Wong Souk Yee and Chng Suan Tze, playwrights and directors of the defunct Third Stage are back after more than 20 years’ absence from the Singapore theatre scene. They are bringing Square Moon, a play about detention without trial, with which they had real-life close encounters, to the UCC Theatre on 20 and 21 December. Square Moon combines the artistry and commitment of award-winning director Peter Sau and theatre veterans like Lim Kay Siu and Neo Swee Lin, as well as some of the most sassy actors and designers of Singapore theatre. Together, they infiltrate the underworld of forced confessions and power shifts. Square Moon has been given a R18 rating from the Media Development Authority (MDA).
Interview with Wong Souk Yee, playwright for Square Moon
1.Why did you write this play, Square Moon ?
It all started with the incident of the Mas Selamat escape. As you know, Mas Selamat was detained at the Whitley Road Detention Centre where I had spent 15 months in 1987 and 1988. The escape of Mas Selamat provides rich material for a political play and my own personal experience in political detention has given me rare insights for creating the characters and scenes for Square Moon.
2. Can you tell us more about your involvement in theatre prior to your arrest?
I was one of the founders of the theatre group Third Stage. From 1983 to 1986, Third Stage produced a total of eight plays, written and developed by its members, on issues and themes that depicted the follies and foibles of policy makers and Singaporeans in general, such as the graduate mothers’ scheme, the hothouse effect of the education policy, and foreign domestic workers.
3. How much of the play draws on your personal encounter?
The plot of the play is of course 100% fictional though it has quite universal themes about power and its corrosive effect. I would think that most writers draw on their personal experiences to develop their creative works, and I am no different. I’d like to think that in writing the play, I must have brought in my world views and thoughts which are shaped not only by my detention but also by my encounters with people on the street, newspaper reports, books that I have read.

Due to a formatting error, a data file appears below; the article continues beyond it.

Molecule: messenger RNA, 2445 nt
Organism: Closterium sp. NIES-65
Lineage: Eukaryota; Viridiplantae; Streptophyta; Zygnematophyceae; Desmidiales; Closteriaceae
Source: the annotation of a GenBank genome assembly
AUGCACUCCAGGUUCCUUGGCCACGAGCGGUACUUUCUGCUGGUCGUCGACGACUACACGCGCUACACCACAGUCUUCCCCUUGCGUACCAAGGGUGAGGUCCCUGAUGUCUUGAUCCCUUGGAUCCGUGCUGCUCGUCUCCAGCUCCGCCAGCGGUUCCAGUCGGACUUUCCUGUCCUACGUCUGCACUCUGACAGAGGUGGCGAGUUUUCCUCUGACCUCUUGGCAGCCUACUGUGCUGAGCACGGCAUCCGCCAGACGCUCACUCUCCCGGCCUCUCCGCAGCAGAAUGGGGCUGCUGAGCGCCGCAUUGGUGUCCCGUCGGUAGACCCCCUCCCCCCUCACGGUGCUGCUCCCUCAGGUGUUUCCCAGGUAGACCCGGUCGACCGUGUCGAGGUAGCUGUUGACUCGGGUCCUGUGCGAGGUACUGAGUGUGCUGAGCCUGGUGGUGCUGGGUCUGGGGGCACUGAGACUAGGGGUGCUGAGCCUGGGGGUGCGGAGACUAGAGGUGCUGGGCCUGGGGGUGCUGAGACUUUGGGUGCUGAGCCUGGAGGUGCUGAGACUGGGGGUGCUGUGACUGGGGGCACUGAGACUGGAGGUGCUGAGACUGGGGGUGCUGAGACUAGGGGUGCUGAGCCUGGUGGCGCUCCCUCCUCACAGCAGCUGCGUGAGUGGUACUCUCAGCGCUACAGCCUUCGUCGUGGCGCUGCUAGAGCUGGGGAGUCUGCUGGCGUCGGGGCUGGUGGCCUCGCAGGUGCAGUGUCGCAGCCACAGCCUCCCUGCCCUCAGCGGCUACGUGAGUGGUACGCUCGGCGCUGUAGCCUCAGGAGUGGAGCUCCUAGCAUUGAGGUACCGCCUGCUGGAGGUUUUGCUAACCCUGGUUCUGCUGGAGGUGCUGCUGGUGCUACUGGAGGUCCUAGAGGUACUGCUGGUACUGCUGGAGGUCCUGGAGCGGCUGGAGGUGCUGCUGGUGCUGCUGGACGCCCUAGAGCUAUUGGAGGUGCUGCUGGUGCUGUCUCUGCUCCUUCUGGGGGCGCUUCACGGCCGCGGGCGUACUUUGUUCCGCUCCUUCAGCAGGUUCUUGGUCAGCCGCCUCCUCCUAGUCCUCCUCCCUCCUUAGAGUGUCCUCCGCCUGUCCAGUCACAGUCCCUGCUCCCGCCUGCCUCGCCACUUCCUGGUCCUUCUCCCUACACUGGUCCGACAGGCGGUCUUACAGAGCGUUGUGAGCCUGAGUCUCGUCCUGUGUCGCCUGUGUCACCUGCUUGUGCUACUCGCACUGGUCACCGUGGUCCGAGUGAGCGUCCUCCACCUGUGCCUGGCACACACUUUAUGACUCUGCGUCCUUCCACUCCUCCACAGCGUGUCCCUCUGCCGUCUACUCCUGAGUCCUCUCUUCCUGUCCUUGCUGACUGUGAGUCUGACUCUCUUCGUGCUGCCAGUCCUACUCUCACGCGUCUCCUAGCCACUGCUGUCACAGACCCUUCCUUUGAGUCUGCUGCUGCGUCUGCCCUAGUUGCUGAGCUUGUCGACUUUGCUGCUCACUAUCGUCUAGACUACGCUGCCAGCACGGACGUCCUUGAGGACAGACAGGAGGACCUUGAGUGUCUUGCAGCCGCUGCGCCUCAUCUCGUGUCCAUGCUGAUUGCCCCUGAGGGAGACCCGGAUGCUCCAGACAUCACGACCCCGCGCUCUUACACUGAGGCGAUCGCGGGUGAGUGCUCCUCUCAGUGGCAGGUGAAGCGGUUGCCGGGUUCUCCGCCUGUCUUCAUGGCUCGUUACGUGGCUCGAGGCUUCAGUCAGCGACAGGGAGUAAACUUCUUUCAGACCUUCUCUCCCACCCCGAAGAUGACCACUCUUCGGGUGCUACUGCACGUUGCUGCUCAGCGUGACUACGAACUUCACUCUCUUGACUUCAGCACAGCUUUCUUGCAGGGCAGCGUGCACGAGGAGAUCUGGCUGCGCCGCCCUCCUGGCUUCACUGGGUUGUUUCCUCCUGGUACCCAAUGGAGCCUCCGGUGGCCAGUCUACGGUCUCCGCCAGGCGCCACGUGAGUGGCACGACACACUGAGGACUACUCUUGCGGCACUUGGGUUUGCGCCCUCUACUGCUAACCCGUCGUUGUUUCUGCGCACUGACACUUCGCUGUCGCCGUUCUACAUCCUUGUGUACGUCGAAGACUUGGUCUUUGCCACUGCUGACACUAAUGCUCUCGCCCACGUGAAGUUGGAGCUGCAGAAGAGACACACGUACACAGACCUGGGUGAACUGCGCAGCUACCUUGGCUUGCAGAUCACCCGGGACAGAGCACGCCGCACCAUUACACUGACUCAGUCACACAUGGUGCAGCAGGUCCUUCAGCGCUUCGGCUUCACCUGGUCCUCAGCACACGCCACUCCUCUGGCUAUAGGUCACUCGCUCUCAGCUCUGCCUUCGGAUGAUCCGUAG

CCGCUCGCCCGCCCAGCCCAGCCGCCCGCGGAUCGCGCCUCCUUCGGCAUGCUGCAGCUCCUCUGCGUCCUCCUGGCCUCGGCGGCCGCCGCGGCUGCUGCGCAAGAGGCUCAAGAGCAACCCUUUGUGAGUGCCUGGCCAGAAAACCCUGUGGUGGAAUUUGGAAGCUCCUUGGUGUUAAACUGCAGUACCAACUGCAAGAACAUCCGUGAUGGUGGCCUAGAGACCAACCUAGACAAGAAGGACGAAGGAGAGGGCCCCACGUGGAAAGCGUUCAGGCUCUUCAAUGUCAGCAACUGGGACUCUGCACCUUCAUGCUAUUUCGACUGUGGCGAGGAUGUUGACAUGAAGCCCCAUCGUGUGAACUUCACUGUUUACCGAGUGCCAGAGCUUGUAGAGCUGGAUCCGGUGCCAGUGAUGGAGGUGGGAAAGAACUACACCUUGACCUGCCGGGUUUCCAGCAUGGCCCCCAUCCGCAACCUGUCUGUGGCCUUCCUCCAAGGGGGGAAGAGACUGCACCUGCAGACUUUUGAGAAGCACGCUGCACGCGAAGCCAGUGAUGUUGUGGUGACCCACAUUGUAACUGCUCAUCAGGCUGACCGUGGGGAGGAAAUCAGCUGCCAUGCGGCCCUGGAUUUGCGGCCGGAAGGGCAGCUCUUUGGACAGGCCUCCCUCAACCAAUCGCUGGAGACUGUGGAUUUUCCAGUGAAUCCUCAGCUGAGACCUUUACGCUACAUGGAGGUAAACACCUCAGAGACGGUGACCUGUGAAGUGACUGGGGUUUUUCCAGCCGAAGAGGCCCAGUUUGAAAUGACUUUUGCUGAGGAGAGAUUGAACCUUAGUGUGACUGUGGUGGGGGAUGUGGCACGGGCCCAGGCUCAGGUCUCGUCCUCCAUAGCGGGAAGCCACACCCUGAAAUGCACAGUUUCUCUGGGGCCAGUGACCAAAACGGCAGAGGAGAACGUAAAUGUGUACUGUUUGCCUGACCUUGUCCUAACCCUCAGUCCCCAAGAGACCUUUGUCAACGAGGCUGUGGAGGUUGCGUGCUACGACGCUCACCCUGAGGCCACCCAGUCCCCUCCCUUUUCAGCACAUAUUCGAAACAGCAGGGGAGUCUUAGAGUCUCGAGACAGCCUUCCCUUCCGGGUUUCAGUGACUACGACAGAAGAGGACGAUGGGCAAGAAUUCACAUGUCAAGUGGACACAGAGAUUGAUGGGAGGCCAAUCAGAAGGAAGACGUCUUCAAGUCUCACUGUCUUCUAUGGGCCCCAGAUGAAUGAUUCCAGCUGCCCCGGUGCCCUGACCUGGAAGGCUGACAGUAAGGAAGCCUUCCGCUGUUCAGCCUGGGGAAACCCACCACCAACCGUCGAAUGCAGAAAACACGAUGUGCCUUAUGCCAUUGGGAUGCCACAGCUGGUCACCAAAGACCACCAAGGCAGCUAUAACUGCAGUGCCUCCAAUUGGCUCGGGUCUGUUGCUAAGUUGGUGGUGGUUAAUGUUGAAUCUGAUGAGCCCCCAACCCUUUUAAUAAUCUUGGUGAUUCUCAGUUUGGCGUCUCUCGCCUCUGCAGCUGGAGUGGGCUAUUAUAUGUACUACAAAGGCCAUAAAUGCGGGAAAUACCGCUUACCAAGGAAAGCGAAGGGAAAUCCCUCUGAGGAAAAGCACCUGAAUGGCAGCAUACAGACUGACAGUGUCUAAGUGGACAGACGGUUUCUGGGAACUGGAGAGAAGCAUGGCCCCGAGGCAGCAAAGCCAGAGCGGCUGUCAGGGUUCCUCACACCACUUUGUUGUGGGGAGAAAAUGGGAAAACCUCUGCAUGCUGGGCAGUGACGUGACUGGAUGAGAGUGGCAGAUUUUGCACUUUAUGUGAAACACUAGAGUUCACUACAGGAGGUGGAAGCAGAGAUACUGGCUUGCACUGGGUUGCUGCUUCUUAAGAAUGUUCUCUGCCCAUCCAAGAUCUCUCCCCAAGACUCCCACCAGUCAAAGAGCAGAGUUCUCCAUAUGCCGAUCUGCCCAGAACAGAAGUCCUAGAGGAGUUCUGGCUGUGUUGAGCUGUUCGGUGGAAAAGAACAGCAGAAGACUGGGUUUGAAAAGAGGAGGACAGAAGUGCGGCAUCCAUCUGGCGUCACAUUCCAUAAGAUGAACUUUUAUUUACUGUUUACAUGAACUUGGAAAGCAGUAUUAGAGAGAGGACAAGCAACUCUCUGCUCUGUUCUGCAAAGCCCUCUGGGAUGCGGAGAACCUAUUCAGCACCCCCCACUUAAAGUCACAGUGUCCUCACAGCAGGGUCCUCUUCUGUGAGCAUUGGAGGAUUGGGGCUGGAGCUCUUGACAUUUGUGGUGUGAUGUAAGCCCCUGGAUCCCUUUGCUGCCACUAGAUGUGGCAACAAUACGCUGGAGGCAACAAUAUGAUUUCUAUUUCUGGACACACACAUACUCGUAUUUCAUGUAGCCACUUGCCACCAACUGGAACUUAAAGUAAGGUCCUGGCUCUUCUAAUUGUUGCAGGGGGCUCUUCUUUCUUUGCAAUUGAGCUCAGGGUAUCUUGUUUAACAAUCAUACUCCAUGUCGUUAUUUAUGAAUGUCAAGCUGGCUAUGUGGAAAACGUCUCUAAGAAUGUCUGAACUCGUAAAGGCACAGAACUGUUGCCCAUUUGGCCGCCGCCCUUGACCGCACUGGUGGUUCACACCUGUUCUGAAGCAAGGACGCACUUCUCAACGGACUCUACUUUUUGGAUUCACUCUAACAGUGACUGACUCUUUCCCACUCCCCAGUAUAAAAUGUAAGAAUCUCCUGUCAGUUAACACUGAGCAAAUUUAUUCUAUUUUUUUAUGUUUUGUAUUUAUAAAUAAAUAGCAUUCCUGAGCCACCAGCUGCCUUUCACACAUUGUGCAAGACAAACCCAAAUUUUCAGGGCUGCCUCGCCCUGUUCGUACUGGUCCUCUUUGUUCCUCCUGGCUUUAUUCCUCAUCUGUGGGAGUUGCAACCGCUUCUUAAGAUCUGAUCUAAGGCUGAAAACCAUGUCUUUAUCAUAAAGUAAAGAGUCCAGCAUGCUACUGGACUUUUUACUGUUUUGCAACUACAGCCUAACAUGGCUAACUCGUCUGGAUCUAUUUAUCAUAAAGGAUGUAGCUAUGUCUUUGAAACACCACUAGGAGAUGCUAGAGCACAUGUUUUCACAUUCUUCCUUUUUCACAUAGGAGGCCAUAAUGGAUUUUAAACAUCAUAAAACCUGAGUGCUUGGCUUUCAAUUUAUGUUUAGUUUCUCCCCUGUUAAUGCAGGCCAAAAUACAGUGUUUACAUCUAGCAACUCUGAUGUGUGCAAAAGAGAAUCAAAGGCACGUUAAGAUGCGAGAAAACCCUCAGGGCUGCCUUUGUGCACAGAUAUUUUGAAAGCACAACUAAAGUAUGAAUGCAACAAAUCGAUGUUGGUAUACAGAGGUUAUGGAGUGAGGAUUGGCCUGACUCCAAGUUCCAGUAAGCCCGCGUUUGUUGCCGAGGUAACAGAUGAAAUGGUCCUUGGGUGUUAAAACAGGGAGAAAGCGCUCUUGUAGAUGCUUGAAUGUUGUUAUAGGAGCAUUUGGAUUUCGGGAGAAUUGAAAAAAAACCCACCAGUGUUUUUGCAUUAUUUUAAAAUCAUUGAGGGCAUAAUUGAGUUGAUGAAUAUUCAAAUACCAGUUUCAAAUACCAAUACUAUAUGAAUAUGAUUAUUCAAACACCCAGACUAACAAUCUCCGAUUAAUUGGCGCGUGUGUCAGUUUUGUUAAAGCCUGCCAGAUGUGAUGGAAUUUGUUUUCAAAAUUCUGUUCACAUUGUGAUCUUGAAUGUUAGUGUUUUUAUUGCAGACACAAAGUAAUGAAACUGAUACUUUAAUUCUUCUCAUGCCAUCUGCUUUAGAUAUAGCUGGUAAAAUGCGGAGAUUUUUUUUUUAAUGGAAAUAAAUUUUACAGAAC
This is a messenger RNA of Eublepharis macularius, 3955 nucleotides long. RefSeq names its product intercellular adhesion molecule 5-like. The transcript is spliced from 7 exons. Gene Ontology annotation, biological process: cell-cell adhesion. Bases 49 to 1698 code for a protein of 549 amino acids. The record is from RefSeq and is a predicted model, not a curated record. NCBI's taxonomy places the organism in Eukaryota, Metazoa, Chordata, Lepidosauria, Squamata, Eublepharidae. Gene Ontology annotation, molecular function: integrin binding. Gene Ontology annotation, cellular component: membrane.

4. So what is this play about?
All hell breaks loose when alleged terrorist, Golden Hartono, breaks out of prison. The Homeland Security Department and its henchmen must find a way to cover up their security blunder. And fast, for Hartono’s lawyer, Kristina Hu, is coming the next day to take instructions from her client to challenge the government for illegal detention. They get another detainee, River Yang, to do a little job for them. When Kristina visits Hartono (unaware that he has already escaped), she herself is detained when she attempts to call the press over the torture of her client. In detention, Kristina writes statements which incriminate herself. How is she going to be freed?
Six months later, River Yang who is associated with the Liberal Socialist Party, gains his freedom when his party wins the general election. He promises Kristina that he will “do his damnedest” to secure her release. Can he?
5. After the play was dropped from the M1 Fringe Festival this year, why did you persist to have it staged?
I thought there was no reason why I could not do it on my own with the help of my friends. I submitted the script to the MDA to apply for an arts and entertainment licence. Once I received a positive reply from the MDA, it was full steam ahead. I got Chng Suan Tze to help me produce the play, Peter Sau to direct it and an amazing cast led by Lim Kay Siu and Neo Swee Lin.
6. What is so special about Square Moon?
It will be my first play after 26 years absence from the theatre. I’m testing the waters again. In our society, a fine line separates the oppressor and the victim. Does the oppressor have absolute power and is the victim completely powerless? You decide.
By bringing Square Moon to fruition, the director, Peter Sau, the cast led by Lim Kay Siu and Neo Swee Lin, and the crew are each in their own way pushing the boundaries of theatre.
7. What do you hope to achieve with this play?
I hope more people would become aware of detention without trial and that all our Members of Parliament would come to watch Square Moon. Besides helping us to fill the house, it is hoped that the play could provoke the MPs to have a robust debate in parliament on the need to keep the Internal Security Act. .
8. What are your thoughts on Square Moon finally seeing the light of day?
My first thought is that it has sent my blood pressure through the roof. Secondly, Square Moon has been in gestation for two years, so, when it hits the stage on 20 and 21 December, it will be like a cathartic delivery of a poor baby who has struggled to come out and see the world.
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Square Moon will be staged at the University Culture Centre (UCC) Theatre
- 20 December 2013, Friday 8 pm
- 21 December 2013, Saturday 3 pm and 8 pm
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